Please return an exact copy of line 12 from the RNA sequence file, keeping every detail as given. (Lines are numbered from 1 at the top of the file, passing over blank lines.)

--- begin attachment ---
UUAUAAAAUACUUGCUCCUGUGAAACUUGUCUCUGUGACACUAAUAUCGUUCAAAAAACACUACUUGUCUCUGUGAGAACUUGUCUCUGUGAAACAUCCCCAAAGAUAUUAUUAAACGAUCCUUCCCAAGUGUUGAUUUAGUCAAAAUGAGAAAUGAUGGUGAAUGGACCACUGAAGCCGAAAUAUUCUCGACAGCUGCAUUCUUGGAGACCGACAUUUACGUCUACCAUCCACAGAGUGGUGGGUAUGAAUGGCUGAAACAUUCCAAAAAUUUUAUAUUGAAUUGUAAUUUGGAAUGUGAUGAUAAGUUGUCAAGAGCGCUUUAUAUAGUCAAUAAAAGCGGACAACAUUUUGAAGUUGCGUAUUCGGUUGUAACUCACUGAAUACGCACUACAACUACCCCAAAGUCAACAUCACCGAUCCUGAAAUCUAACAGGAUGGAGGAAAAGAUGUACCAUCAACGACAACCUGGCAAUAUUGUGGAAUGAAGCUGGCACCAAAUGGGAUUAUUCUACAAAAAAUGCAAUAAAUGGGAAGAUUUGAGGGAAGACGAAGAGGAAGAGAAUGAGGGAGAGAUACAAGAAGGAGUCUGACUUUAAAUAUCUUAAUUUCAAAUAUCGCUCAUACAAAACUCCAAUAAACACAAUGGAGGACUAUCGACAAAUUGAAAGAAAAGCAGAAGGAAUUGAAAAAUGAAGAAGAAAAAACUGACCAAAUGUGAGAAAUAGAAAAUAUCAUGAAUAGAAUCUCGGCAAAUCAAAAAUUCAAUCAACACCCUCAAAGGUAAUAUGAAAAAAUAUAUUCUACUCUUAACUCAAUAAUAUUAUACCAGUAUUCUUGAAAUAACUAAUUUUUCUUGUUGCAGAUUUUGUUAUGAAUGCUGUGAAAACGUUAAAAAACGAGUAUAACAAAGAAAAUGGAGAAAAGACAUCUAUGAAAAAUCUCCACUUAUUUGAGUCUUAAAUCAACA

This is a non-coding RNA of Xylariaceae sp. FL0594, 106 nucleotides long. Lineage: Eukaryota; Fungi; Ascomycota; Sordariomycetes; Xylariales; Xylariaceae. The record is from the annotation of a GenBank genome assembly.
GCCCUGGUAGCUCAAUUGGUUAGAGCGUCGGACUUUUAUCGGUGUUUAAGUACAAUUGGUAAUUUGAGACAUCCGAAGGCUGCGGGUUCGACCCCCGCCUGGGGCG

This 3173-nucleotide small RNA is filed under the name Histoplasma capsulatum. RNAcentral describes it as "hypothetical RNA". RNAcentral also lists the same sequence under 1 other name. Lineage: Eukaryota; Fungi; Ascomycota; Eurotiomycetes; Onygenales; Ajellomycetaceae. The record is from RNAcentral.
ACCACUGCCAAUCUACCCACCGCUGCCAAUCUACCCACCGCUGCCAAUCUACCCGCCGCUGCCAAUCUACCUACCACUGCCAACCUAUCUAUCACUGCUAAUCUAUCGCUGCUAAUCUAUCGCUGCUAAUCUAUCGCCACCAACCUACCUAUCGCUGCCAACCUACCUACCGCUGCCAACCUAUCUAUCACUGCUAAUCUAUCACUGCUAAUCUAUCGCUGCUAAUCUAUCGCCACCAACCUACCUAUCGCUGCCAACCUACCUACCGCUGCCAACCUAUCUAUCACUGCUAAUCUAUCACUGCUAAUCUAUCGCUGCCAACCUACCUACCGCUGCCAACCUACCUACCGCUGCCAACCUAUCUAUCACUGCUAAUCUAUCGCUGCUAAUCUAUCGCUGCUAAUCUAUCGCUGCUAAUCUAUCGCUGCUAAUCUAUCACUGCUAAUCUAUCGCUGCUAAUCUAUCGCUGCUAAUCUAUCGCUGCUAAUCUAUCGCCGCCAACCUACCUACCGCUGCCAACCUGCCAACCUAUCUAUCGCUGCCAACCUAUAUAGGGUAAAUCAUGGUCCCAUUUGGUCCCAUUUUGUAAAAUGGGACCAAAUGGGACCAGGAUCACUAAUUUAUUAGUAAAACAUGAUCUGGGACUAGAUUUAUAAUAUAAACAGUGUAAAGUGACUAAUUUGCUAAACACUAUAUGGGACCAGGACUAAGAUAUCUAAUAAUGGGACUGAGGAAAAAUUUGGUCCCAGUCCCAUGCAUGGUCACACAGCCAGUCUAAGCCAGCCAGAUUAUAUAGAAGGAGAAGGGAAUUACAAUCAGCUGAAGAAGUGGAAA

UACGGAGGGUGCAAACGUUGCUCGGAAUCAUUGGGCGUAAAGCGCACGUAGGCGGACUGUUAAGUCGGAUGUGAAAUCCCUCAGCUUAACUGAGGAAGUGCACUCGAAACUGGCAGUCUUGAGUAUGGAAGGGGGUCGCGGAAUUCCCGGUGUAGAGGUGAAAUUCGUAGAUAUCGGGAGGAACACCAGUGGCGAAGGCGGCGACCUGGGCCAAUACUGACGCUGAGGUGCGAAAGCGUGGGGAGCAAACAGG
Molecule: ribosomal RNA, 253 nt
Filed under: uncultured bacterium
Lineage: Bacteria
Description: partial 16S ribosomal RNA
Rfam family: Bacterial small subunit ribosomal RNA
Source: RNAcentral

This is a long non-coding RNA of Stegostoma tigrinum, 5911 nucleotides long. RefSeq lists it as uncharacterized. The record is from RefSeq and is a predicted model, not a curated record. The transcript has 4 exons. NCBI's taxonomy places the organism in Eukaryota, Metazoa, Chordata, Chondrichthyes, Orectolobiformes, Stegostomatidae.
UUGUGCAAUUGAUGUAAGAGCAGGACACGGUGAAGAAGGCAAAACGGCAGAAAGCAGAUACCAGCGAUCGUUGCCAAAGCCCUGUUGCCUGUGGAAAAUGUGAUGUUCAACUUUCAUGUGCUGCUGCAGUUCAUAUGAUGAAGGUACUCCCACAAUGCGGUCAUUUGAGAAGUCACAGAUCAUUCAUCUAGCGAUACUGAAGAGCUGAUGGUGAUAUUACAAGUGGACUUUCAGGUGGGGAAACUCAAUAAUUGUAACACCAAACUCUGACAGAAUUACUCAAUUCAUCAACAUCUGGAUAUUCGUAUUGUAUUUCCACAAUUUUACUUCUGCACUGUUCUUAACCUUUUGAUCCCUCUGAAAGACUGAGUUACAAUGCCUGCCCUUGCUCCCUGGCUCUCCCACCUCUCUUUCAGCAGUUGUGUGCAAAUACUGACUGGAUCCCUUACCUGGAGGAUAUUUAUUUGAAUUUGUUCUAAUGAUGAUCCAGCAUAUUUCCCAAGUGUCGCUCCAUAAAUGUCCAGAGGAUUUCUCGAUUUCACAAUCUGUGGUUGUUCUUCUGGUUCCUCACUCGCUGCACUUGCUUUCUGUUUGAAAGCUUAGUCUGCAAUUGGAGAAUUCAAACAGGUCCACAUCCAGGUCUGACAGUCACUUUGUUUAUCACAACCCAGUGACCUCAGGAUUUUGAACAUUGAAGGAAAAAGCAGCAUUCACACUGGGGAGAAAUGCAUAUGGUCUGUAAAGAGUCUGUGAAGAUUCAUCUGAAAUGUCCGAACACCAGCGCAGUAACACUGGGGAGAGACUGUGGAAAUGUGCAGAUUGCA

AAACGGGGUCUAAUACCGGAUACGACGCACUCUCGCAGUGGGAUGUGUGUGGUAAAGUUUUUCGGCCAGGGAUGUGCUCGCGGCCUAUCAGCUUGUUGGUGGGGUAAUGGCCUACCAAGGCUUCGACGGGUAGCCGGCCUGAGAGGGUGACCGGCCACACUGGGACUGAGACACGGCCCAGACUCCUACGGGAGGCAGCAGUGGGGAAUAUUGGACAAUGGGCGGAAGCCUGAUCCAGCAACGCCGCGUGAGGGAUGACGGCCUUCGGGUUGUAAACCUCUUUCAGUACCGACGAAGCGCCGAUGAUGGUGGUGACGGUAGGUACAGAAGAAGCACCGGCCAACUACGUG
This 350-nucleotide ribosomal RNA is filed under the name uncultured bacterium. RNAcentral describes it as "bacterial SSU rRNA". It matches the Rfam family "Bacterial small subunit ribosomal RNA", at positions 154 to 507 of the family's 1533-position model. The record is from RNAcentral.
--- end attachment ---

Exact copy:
Source: RNAcentral